Report: Alabama DUI offenders often avoid installing interlock devices

Data indicates that many Alabama DUI offenders who should install ignition interlock devices fail to do so, which may negatively affect roadway safety.

Drunk driving is a tragically common cause of car accidents in Huntsville. In 2012, Alabama lawmakers sought to reduce these alcohol-related accidents by passing an ignition interlock bill. According to WTVM News, initial enforcement was limited due to loopholes in the legislation. In 2014, lawmakers passed reforms to remove these loopholes. However, a recent report suggests that even after these changes, many Alabama DUI offenders still avoid installing interlock devices.

Limited enforcement

Each year, about 9,000 people are convicted of driving under the influence of alcohol in Alabama. However, since 2012, only 561 convicted DUI offenders have been required to install ignition interlock devices. This is significantly fewer cases than would be expected, given the state's current interlock laws. According to Alabama Media Group, convicted DUI offenders may be ordered to install interlock devices under all of the following circumstances:

  • The driver's blood alcohol concentration is measured at more than .15.
  • The driver has been convicted of DUI at least once in the last five years.
  • The driver does not consent to BAC testing.
  • The driver causes injury to another person.
  • The driver has a passenger who is younger than 14.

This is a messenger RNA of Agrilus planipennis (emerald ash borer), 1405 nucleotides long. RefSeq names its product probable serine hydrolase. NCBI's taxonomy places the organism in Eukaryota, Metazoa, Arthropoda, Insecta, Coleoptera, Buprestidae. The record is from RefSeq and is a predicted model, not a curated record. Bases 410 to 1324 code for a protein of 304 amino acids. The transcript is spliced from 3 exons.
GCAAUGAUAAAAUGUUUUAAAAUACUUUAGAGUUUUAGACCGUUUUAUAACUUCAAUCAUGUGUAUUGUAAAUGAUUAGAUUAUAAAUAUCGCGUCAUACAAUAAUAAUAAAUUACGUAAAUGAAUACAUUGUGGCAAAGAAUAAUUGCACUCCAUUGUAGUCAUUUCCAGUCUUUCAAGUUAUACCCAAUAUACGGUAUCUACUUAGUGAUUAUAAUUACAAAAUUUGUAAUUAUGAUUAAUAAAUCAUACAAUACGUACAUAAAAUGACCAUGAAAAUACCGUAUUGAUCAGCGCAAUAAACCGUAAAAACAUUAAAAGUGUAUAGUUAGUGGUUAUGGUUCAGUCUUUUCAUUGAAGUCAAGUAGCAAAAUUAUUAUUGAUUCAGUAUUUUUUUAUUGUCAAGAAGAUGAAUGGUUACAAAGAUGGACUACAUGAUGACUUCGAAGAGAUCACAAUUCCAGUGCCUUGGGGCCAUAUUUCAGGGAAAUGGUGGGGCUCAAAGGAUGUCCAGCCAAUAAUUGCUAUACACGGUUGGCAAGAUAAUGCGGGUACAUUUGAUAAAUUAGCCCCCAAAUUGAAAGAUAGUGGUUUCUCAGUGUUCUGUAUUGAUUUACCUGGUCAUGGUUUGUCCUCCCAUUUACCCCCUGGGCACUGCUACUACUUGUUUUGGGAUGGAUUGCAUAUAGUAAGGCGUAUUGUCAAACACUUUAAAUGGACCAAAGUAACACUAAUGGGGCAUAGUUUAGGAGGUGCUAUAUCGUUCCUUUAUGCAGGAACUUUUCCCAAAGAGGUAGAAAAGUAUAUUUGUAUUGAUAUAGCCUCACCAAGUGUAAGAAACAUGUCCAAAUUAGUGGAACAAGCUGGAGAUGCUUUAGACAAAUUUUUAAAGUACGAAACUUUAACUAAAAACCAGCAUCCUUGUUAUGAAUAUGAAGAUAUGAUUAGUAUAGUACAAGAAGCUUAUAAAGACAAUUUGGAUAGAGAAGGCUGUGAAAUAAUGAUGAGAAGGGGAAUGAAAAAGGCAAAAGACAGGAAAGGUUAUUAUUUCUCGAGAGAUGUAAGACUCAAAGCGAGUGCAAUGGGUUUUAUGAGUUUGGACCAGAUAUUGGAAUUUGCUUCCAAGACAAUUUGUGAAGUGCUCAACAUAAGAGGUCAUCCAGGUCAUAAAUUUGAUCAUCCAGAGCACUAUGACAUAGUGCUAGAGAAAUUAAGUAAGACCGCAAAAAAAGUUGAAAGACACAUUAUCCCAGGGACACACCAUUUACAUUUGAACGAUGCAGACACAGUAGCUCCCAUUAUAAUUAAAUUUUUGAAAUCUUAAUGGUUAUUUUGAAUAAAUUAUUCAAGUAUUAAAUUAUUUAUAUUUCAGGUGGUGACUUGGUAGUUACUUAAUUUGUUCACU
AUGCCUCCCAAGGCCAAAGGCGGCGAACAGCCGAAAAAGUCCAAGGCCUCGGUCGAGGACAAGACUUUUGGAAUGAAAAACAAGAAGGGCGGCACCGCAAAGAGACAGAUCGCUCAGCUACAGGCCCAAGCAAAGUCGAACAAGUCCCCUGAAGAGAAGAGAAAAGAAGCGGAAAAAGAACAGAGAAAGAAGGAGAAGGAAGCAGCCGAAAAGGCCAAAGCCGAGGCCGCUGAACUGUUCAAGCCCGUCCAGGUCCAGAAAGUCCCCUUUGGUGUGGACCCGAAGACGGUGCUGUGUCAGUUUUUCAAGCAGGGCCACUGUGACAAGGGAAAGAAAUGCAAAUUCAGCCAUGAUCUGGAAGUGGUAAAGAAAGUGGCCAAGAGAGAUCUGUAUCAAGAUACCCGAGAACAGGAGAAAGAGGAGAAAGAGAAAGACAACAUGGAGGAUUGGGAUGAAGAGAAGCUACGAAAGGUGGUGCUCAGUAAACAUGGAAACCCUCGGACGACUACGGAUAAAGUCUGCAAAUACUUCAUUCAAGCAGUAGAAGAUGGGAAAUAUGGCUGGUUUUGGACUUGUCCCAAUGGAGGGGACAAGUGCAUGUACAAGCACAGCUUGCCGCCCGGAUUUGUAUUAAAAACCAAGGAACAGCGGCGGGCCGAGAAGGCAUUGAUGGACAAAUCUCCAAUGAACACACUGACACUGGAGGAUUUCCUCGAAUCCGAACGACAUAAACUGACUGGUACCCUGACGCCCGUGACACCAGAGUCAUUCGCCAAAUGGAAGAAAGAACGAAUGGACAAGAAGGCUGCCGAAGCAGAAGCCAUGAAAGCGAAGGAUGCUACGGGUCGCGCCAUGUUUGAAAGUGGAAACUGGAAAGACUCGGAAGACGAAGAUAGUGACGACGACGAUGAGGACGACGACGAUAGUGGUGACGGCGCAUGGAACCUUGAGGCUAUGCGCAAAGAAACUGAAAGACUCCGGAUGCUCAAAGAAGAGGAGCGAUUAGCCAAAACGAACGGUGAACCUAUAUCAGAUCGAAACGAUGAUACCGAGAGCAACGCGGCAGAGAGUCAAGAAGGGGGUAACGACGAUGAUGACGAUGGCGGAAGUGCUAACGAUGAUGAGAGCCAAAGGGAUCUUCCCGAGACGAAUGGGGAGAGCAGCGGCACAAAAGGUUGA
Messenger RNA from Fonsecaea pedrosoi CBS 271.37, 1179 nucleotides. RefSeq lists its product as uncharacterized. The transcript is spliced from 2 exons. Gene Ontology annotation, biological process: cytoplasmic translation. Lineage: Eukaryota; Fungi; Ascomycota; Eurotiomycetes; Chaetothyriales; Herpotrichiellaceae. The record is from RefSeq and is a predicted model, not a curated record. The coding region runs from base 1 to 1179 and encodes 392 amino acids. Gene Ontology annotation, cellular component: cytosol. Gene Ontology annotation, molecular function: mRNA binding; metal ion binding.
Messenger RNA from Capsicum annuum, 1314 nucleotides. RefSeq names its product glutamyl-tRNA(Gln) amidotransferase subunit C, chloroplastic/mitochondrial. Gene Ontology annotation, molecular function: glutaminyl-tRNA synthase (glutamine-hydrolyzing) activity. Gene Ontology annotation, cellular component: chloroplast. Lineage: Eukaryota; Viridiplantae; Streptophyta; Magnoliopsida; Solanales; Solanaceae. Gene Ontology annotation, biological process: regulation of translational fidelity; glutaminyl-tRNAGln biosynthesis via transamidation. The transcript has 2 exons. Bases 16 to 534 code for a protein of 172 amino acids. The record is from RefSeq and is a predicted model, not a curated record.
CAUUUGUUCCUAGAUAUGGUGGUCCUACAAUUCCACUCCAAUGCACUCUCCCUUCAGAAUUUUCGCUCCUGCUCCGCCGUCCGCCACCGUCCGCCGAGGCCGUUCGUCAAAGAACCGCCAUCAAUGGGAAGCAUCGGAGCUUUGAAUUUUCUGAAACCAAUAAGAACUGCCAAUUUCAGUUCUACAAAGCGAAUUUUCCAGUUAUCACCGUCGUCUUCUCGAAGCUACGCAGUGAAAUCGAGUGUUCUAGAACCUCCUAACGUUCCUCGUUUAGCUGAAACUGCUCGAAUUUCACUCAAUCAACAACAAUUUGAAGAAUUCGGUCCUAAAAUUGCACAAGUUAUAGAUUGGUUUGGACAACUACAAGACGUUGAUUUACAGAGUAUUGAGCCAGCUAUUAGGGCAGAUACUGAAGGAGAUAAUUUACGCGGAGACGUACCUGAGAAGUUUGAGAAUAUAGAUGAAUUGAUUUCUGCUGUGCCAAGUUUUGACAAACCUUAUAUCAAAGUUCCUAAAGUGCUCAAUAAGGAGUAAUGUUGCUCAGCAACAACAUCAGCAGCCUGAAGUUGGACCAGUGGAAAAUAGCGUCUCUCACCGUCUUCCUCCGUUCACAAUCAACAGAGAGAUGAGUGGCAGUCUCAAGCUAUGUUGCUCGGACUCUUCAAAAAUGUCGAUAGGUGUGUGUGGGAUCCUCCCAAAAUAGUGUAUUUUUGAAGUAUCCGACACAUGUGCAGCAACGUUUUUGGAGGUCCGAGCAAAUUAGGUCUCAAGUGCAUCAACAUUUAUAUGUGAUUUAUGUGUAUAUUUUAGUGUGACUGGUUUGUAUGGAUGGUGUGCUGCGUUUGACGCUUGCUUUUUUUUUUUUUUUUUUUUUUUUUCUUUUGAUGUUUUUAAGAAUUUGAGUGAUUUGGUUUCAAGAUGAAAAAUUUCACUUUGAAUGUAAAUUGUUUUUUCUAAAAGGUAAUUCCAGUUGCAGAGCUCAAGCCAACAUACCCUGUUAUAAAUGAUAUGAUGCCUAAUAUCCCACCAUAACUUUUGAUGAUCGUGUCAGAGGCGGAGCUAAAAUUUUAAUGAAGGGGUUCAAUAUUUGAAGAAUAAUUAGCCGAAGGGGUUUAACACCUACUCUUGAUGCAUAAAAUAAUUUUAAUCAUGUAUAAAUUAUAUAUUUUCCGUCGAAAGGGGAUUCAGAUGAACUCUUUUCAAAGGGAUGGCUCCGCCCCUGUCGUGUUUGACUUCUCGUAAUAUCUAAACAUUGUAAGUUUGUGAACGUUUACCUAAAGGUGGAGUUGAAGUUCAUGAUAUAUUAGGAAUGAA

Other convicted offenders may also request ignition interlock device installation as an alternative to license suspension. Given these criteria, and the state's rate of DUI convictions, significantly more drivers should have received interlock devices during the last three years.

According to WTVM, advocates from Mothers Against Drunk Driving have called for legal changes that would result in more drivers receiving interlock devices. At present, some DUI offenders have the right to opt for license suspension in lieu of installing an interlock device. Changes to this policy could significantly improve roadway safety and reduce incidences of drunk driving.

Interlock benefits

MADD states that license suspension is often not an adequate deterrent for drunk drivers. Research shows that between 50 and 75 percent of convicted drivers ignore this sanction and continue driving. In contrast, ignition interlock devices, which prevent people from driving while intoxicated, have been shown to reduce repeat offenses. The use of these devices may reduce recidivism by up to 67 percent.

More widespread use of ignition interlock devices may also help reduce fatal car accidents involving alcohol. Four states that observe all-offender interlock laws have reported 30 percent or higher decreases in DUI-related traffic deaths. This finding suggests that the use of interlock devices among more Alabama offenders could offer substantial benefits for other drivers.

An ongoing threat

WTVM News reports that safety advocates are pushing for legislation to improve the current interlock law. This legislation could be introduced during the next legislative session. Until then, however, alcohol-related accidents may harm many people in Alabama. According to the Foundation for Advancing Alcohol Responsibility, in 2013 alone, 260 lives were lost in needless accidents involving alcohol.

Anyone who has been hurt because of a drunk driver's reckless actions should consider seeking legal assistance. With the help an attorney, a driver may be able to review the available remedies and seek appropriate compensation.

Keywords: Drunk,driving,accidents,DUI,alcohol